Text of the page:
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Galvanized steel water pipe

Galvanized steel water pipe

Galvanized steel water pipe

I am using a 14" diameter galvanized steel pipe for potable water design. The pipe is exposed and hanging from the concrete bridge overhang. The pipe line is approximately 600 linear foot and water pressure inside of the pipe is 250 psi. The job requires that the pipe to be made in USA. I do not know if this type of pipe stick has a bell at the end or they just just weld it in the field. I am looking for the cut sheets for the pipe but have problem locating a pipe manufacturer/supplier in northern California. I can use schedule 40, 80 or 120. Appreciate any input.

RE: Galvanized steel water pipe

At 14 inch and 250 psi I think you have exceeded the ratings of common field assembled systems such as grooved piping meaning you'll need welded flanges. In this case, I suggest buying uncoated pipe, welding the flanges, and then shipping out for galvanizing. No welding will be done in the field as it damages the coating. 14 inch pipe is available in 60 foot sections but requires a special mill run (we used it for pilings), 21 feet is standard otherwise. I don't know about galvanizing such long lengths. Galvanizing is done by the pound and is relatively inexpensive. There are vendors in northern CA that specialize in acquiring USA made pipe (look near shipyards) and there is also an outfit that can perform hot dip galvanizing not far from that same vendor.

RE: Galvanized steel water pipe

During the decades-spanning between the 1930s and 1960s, galvanized steel was the material of choice for water distribution lines inside buildings. It no longer is. The problem with galvanized pipe is that it is subject to corrosion internally and at the joints.

Why don't you recommend ductile iron pipe with mechanical joints?

RE: Galvanized steel water pipe

Have you thought about a steel line internally lined with a thin PE pipe?

But 14"is a strange size and at 600 ft may not be stocked. Try 16" or 12" is my suggestion.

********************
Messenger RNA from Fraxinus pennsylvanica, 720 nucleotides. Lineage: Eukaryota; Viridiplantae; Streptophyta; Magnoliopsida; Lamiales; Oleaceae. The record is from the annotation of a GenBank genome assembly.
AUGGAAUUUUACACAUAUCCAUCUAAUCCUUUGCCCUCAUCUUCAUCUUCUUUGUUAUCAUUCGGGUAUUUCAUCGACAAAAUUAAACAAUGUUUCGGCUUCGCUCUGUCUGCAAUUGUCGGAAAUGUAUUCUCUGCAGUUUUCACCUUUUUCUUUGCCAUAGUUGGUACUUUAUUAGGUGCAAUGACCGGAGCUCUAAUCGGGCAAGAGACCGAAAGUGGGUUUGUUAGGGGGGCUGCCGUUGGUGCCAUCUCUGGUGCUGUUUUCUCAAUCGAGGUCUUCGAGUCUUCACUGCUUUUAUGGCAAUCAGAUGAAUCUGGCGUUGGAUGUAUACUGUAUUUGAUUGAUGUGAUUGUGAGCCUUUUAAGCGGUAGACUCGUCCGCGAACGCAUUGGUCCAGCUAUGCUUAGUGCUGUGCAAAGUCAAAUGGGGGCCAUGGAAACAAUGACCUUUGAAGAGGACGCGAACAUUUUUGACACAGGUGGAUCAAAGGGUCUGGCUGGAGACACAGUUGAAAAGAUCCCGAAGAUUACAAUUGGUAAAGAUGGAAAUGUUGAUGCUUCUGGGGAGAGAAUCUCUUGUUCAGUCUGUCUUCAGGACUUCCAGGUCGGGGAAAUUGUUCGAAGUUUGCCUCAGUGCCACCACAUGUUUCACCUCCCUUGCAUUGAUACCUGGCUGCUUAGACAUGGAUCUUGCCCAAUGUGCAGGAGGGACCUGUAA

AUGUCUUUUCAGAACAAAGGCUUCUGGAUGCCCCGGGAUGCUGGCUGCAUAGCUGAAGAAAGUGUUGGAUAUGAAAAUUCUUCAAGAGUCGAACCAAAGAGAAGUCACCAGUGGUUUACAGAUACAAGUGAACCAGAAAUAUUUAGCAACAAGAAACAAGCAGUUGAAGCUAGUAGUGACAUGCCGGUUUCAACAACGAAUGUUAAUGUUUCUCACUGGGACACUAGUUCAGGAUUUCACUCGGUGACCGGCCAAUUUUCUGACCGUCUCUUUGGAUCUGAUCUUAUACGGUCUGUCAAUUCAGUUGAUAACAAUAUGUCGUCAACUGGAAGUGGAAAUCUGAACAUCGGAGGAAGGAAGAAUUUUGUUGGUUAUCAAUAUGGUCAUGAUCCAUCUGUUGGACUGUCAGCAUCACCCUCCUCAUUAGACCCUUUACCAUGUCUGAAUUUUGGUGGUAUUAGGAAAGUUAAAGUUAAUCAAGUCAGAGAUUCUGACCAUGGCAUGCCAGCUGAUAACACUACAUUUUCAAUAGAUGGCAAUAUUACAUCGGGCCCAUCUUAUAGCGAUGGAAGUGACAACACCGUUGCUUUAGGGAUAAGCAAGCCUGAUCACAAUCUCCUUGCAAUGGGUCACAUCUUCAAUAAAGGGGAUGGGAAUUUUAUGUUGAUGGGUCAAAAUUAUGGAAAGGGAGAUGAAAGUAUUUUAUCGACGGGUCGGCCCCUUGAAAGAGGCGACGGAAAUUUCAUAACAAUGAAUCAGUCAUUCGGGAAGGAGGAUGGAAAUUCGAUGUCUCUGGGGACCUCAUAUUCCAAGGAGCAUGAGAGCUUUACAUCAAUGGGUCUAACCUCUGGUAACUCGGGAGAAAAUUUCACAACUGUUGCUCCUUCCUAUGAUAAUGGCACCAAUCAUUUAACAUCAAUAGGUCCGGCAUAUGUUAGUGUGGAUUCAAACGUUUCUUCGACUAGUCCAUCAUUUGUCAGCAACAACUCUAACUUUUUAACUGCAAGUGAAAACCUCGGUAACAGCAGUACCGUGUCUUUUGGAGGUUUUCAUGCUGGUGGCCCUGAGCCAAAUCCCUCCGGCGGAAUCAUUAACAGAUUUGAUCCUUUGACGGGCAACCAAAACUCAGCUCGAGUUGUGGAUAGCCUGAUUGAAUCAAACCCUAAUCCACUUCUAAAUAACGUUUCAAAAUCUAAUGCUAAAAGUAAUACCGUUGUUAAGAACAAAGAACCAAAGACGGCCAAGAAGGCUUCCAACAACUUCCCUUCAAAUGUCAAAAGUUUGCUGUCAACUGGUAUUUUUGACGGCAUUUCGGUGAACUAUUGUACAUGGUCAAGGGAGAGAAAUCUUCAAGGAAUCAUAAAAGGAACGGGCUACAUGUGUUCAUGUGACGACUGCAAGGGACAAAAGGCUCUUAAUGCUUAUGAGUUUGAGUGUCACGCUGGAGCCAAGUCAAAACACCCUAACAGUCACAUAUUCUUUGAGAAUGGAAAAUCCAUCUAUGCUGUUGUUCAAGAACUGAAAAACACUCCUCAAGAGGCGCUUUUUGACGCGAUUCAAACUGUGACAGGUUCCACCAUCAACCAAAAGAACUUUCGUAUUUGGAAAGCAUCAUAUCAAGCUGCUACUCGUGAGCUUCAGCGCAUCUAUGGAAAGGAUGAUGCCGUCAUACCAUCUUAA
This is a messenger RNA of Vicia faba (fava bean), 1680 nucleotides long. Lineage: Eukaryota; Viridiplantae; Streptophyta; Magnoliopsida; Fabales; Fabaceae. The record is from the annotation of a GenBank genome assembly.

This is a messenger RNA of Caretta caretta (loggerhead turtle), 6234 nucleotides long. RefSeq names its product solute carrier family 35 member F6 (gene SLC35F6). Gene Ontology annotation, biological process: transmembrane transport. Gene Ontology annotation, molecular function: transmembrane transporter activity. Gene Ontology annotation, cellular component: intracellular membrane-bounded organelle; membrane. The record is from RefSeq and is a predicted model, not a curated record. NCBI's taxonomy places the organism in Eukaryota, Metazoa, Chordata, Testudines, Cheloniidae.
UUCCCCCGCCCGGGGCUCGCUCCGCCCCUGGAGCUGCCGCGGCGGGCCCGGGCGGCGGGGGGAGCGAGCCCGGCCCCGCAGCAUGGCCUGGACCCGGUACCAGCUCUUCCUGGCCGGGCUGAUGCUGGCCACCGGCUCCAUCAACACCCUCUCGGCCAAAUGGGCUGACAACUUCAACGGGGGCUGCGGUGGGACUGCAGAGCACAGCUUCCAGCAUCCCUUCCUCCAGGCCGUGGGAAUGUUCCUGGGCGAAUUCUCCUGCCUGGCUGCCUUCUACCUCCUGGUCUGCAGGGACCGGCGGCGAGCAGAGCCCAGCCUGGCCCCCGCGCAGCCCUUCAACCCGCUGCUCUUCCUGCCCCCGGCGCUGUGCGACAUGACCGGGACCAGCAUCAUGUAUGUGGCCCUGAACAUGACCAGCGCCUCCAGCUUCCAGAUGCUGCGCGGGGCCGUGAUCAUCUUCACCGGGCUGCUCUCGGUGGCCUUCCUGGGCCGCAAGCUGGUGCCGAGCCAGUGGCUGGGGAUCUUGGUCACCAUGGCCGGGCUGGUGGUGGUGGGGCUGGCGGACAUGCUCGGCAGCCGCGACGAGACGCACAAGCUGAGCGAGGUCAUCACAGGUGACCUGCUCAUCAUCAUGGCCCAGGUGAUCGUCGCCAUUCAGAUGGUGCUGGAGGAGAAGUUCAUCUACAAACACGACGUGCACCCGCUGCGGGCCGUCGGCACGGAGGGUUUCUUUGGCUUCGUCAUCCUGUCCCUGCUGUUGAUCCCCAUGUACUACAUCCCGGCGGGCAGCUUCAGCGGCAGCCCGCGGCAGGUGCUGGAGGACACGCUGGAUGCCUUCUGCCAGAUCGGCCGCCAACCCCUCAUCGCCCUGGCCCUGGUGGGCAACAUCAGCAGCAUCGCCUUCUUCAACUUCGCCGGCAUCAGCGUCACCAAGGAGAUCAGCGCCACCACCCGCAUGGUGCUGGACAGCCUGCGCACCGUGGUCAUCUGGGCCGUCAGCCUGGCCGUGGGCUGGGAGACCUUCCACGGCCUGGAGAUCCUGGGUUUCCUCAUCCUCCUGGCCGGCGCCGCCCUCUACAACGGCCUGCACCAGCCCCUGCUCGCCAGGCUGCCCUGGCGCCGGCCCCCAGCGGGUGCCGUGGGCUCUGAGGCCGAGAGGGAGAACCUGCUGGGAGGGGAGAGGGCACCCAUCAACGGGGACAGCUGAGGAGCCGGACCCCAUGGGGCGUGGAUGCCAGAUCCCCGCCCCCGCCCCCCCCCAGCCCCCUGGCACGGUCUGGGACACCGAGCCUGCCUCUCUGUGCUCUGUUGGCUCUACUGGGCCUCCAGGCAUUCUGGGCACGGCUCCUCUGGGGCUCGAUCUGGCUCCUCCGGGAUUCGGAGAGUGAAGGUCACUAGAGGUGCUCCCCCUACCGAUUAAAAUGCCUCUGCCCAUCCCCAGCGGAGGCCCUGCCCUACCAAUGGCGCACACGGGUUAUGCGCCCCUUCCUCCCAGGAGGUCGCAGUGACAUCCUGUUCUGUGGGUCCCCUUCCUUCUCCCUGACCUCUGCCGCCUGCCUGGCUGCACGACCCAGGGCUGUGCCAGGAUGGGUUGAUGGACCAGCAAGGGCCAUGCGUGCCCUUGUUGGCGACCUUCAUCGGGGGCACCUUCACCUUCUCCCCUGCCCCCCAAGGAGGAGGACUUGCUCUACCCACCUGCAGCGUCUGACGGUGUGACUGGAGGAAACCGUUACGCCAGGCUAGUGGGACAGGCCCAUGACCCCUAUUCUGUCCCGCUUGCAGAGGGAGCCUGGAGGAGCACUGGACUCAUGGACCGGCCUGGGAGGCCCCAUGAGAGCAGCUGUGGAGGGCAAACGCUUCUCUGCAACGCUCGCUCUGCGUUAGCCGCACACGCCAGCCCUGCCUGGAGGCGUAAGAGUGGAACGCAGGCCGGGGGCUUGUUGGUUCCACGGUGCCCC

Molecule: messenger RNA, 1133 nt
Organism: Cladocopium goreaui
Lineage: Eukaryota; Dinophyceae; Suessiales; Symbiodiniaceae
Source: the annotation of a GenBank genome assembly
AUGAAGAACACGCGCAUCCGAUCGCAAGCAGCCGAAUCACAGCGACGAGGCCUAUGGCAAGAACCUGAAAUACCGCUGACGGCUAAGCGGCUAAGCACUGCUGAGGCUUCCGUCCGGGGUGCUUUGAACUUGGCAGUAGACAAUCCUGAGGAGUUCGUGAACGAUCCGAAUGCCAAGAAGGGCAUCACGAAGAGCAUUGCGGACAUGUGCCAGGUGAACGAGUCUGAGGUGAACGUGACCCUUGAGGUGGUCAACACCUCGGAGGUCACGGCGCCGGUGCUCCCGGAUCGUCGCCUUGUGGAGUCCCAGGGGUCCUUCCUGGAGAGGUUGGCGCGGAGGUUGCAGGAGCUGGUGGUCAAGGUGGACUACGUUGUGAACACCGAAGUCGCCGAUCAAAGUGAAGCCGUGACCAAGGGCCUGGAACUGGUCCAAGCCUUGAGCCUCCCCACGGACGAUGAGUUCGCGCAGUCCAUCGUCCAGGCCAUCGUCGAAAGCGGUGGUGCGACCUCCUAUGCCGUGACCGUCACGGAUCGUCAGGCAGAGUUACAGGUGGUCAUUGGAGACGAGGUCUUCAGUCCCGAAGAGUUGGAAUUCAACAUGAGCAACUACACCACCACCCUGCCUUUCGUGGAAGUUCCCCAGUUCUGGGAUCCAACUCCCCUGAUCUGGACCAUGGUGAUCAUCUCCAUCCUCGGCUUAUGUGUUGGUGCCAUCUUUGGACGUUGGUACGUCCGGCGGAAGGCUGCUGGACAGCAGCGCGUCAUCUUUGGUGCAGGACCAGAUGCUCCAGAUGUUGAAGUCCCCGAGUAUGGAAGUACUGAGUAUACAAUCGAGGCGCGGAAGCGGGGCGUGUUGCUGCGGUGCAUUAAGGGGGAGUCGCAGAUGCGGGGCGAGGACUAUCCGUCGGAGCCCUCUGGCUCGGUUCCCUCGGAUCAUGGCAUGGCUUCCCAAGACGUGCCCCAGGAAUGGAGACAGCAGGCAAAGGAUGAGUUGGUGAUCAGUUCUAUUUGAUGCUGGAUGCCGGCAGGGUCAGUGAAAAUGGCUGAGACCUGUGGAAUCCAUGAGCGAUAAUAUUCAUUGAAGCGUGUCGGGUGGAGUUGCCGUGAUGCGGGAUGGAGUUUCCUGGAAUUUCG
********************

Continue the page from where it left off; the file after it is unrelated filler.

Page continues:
Remember - More details = better answers
Also: If you get a response it's polite to respond to it.

RE: Galvanized steel water pipe

I would not used galvanized steel for potable water.

Ductile iron, as bimr mentioned, is probably the most common pipe type for this application. Based on my experience, the pipe would be cement mortar lined and either painted or epoxy coated. You could also put this pipe inside a steel casing and push it through on skids. I have done this before, but with the regular (and thin) black coating the pipe came with instead of paint or epoxy.

LittleInch: 14" is a common size for water pipe, although I don't see as much of it as I used to.

"Is it the only lesson of history that mankind is unteachable?"
--Winston S. Churchill

RE: Galvanized steel water pipe

I would suggest API 5L pipe with polyethylene exterior coating and a plastic liner that will satisfy your local potable water rules. If you weld galvanized pipe ,you burn off the zinc near the weld. You could use thread and coupled galvanized to satisfy the legal requirement but I would say that is a very poor engineering choice.

RE: Galvanized steel water pipe

Don't forget that corrosion happens on both sides of the pipe and threading removes the galvanized coating from the outside of the pipe where you will also lose the galvanic protection effects due to open air.

RE: Galvanized steel water pipe

I have seen some rigid joint pipe hung under and alongside bridges, mostly flanged (~4" to ~20"), with some threaded (<= 4") and some welded (~4" to ~12"). However, the more flexible the bridge and the larger the temperature swings, the more important it is to have flexible joints, at least in part, which ductile iron pipe can certainly provide.

"Is it the only lesson of history that mankind is unteachable?"
--Winston S. Churchill

RE: Galvanized steel water pipe

Ductile iron pipe is commonly used for municipal water systems. API 5L seamless and welded steel pipe is commonly used for the transportation of petroleum and natural gas.

As fel3 mentions, ductile iron pipe can be supplied with mechanical joints to allow joint flexibility. That is an advantage that API 5L pipe doesn't have.

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